Semi-Daily Journal Archive

The Blogspot archive of the weblog of J. Bradford DeLong, Professor of Economics and Chair of the PEIS major at U.C. Berkeley, a Research Associate of the National Bureau of Economic Research, and former Deputy Assistant Secretary of the U.S. Treasury.

Sunday, November 12, 2006

Sectarian Strife In Iraq: The MinuteMan Points Us to a Depressing New York Times Story

Tom Maguire writes:

JustOneMinute: Sectarian Strife In Iraq: The NY Times has a discouraging Sunday "Must read" about the handoff of security to the Iraqi Army in the Diyala Province to the north and east of Baghdad. Briefly, the Shi'ite led politicians in Baghdad are encouraging the Shi'ite led Army in Diyala to side with the Shi'ite militias and purge the Sunnis. The Times has lots of on-the-record quotes from US officers to make their point. Some snippets:

Diyala is known as "little Iraq," because of its volatile mix of Sunnis, Shiites and Kurds. With its lush groves of date palms and abundant oil reserves, it is emerging as a crucial strategic territory in the sectarian struggle now gripping the country.... Diyala is now teeming with Shiite militiamen who have rushed in from Baghdad in recent months to protect the Shiite population from attacks. Once considered by American officials to be relatively pacified, it has become a cauldron of violence... the experiences of American commanders over the past year in Diyala provide a window on the possible consequences of ceding authority to the Iraqi Army. And with the civilian homicide rate in Diyala now running at about 10 killings a day, according to United States officials, compared with 4 a day in April, the commanders' experiences form a cautionary tale.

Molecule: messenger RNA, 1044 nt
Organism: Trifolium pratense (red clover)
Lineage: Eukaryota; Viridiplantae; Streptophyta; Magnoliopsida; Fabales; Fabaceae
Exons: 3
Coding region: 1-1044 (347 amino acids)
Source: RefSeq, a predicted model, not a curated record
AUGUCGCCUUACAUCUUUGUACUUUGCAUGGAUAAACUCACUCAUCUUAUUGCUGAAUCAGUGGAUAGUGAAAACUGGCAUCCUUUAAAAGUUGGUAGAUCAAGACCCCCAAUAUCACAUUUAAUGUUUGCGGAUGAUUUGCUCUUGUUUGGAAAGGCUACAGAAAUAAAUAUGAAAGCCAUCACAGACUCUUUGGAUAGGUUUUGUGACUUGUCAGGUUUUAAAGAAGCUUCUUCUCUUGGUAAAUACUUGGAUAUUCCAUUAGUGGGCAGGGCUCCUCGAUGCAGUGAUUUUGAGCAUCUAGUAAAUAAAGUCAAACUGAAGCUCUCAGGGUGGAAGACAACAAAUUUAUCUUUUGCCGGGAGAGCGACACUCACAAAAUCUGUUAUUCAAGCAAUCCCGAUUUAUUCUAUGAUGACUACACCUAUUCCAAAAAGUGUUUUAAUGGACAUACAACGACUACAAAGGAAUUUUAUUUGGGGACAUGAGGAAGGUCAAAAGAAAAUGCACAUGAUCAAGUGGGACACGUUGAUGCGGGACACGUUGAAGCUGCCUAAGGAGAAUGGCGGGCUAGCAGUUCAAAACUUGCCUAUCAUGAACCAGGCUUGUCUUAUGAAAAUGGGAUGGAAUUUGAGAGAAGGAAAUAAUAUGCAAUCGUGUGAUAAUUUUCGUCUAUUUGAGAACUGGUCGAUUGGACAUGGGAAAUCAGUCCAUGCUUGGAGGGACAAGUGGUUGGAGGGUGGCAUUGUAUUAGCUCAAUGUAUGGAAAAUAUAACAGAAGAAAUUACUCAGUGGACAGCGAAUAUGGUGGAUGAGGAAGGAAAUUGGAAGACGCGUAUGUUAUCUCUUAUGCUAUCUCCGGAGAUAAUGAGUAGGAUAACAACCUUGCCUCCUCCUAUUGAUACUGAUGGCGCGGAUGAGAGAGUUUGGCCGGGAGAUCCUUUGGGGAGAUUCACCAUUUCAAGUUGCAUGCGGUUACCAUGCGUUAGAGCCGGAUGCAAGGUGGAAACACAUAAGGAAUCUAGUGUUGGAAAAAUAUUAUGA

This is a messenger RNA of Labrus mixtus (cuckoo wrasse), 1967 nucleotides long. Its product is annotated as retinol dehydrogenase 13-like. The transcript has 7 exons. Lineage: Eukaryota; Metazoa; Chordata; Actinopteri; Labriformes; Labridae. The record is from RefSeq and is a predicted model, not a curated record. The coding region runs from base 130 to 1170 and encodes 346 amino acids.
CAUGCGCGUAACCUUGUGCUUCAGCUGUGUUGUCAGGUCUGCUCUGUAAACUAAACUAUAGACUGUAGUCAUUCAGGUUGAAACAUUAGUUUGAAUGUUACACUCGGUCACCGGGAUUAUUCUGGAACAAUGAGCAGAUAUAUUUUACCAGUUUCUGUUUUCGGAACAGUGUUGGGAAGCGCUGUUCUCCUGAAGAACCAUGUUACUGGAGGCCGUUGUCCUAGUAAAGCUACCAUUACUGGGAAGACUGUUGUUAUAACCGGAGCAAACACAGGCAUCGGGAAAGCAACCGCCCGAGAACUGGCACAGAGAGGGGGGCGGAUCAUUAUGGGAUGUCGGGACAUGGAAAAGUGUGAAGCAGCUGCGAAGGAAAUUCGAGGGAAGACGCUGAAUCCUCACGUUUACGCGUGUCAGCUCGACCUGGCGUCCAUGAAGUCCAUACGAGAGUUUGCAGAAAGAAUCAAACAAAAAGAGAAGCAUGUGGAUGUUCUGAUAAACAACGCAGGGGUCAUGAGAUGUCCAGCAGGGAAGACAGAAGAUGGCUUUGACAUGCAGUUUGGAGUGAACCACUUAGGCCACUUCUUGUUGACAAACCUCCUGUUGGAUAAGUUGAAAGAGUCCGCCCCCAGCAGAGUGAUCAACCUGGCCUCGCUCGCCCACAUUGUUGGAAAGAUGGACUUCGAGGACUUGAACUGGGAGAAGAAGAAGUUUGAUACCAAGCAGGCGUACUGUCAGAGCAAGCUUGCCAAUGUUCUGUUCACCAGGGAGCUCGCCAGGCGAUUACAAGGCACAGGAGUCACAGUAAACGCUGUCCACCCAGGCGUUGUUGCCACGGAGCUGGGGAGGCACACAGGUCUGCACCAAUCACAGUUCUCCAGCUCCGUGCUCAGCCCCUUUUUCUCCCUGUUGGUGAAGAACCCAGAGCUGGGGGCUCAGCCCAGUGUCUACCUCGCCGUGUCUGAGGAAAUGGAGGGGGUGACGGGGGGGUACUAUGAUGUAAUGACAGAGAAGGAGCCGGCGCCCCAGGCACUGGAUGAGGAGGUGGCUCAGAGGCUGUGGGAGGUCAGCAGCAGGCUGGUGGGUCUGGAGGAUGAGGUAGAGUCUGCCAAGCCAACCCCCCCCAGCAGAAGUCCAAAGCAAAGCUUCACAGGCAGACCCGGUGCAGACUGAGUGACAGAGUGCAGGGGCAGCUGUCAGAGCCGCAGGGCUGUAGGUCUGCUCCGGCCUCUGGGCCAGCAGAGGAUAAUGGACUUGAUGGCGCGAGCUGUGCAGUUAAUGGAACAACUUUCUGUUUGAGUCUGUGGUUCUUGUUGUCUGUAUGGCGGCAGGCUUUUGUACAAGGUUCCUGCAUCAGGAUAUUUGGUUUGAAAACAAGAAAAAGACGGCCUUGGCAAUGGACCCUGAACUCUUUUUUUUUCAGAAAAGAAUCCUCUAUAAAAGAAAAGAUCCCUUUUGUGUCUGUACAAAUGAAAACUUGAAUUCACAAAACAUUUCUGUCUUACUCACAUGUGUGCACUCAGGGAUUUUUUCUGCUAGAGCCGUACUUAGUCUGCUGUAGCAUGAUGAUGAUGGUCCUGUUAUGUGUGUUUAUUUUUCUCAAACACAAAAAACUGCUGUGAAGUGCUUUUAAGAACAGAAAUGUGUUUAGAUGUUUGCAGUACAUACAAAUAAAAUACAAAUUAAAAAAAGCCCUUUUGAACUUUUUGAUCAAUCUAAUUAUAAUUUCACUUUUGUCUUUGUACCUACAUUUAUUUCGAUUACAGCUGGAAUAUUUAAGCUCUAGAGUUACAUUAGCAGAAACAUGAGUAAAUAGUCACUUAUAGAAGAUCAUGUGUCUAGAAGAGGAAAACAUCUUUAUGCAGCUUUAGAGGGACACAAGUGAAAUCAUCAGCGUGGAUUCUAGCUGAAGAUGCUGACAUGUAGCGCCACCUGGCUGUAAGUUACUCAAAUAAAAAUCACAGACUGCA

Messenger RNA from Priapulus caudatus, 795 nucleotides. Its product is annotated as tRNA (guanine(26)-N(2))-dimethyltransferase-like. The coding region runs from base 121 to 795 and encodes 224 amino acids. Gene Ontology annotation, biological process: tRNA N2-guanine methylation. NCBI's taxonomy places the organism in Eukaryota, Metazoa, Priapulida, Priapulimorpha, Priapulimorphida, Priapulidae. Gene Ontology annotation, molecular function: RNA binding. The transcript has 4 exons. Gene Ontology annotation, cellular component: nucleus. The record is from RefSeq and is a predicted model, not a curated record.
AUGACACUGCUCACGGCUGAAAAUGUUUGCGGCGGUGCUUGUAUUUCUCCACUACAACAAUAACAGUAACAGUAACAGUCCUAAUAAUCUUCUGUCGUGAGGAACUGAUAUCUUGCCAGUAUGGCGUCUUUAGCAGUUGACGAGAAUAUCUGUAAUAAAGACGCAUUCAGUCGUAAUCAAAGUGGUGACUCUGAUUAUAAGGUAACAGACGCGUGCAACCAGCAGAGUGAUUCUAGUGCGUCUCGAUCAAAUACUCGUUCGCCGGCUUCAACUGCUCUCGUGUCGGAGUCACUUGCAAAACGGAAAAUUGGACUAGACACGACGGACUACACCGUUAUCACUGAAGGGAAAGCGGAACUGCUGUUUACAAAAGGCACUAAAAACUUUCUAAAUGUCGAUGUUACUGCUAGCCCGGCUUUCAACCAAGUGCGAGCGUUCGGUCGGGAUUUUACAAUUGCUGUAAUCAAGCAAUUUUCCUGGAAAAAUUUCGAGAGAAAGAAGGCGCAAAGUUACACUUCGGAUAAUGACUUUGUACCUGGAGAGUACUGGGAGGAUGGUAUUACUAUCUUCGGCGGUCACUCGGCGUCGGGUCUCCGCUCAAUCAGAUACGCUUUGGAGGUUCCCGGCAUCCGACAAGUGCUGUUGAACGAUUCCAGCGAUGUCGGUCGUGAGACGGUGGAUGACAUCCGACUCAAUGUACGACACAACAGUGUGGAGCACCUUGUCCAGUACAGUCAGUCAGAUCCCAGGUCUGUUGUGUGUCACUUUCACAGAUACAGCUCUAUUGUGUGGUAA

In July, the United States turned over "lead responsibility" for security in Diyala to the Iraqi Fifth Army Division... General Shakir. The Iraqi general denies treating Sunnis unfairly and says he has no knowledge of death squads in Diyala.... General Mixon said: "He's either failing to supervise closely enough to know what's going on, or he's directly involved in it. One or the other. There can't be any in between."


The sectarian violence that exploded in Baghdad, after the bombing of a Shiite shrine in Samarra in February, has spread like a contagion to other regions. Shiite death squads in Baghdad have forced many Sunnis to flee to Baquba, 35 miles to the north, where some have joined the insurgency and have begun attacking Shiites. "The Sunni have driven the Shia out of Baquba," said Lt. Col. Thomas Fisher, commander of the 1-68 Combined Arms Battalion, which left Baquba in early November after a yearlong deployment. "They have come from Baghdad, driven out by Shiites there." Many Shiites are completing the circle, he said, fleeing to Baghdad or farther south.

Sunnis in Baquba now slaughter Shiites simply to avenge the killings of Sunnis in Baghdad, said Baquba's mayor, Khalid al-Sinjari, a Sunni.... But now the Shiites also kill in Baquba. The Mahdi Army, a militia allied with the radical Shiite cleric Moktada al-Sadr, has 6,000 to 8,000 members in Diyala.... The growing militia presence combined with the sectarian turn by Iraqi commanders will increasingly leave the Sunnis with only one source of protection, Colonel Jones said: terrorist groups like Al Qaeda in Mesopotamia and Ansar al-Sunna.

"We are really painting them into a box here," he said.... It's the innocents, it's these farmers out here, it's these kids who pay the price. But these interests are colliding and they don't care about that. Power is what they're going after, consolidated and uncontested political power."

"I think the sectarian war is coming this way," he added.


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